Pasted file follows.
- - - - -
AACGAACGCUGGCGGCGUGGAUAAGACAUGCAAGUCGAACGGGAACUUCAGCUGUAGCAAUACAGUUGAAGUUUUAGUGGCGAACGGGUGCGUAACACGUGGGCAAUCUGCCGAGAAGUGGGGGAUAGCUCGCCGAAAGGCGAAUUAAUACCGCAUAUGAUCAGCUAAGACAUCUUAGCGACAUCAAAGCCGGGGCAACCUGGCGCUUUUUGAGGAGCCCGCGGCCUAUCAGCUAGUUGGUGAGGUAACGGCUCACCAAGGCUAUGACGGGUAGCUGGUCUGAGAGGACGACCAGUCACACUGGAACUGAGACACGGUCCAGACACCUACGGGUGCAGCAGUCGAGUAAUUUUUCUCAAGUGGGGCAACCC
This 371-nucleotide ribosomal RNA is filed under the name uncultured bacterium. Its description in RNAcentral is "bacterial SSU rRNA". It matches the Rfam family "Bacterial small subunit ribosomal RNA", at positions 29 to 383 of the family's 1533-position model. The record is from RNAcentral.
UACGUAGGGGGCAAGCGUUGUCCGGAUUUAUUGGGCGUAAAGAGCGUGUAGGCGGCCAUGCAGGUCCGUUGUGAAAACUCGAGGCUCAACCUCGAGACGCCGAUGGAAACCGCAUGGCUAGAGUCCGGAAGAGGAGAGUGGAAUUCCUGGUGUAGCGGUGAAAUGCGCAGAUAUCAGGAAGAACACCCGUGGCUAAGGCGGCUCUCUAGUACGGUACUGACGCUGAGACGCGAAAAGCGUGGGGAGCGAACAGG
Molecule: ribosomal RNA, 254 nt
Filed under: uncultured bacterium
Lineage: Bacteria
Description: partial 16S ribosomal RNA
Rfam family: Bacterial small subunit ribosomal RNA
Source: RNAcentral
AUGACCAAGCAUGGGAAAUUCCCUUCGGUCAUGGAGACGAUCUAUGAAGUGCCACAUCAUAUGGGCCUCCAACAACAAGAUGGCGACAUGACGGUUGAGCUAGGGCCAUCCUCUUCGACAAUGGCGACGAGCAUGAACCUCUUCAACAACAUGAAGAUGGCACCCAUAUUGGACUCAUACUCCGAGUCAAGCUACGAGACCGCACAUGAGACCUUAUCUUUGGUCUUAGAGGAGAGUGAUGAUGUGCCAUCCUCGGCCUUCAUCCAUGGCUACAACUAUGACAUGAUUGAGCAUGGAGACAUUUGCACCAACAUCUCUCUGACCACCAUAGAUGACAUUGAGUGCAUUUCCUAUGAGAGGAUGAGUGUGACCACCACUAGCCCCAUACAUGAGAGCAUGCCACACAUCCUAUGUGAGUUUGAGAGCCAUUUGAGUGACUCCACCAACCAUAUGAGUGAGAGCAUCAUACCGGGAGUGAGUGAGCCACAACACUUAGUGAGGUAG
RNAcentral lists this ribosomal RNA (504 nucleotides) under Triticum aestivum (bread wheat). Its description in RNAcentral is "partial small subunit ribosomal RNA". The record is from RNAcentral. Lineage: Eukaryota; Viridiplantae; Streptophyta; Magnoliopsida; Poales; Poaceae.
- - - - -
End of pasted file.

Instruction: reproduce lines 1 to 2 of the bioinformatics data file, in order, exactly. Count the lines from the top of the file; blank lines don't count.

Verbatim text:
AACGAACGCUGGCGGCGUGGAUAAGACAUGCAAGUCGAACGGGAACUUCAGCUGUAGCAAUACAGUUGAAGUUUUAGUGGCGAACGGGUGCGUAACACGUGGGCAAUCUGCCGAGAAGUGGGGGAUAGCUCGCCGAAAGGCGAAUUAAUACCGCAUAUGAUCAGCUAAGACAUCUUAGCGACAUCAAAGCCGGGGCAACCUGGCGCUUUUUGAGGAGCCCGCGGCCUAUCAGCUAGUUGGUGAGGUAACGGCUCACCAAGGCUAUGACGGGUAGCUGGUCUGAGAGGACGACCAGUCACACUGGAACUGAGACACGGUCCAGACACCUACGGGUGCAGCAGUCGAGUAAUUUUUCUCAAGUGGGGCAACCC
This 371-nucleotide ribosomal RNA is filed under the name uncultured bacterium. Its description in RNAcentral is "bacterial SSU rRNA". It matches the Rfam family "Bacterial small subunit ribosomal RNA", at positions 29 to 383 of the family's 1533-position model. The record is from RNAcentral.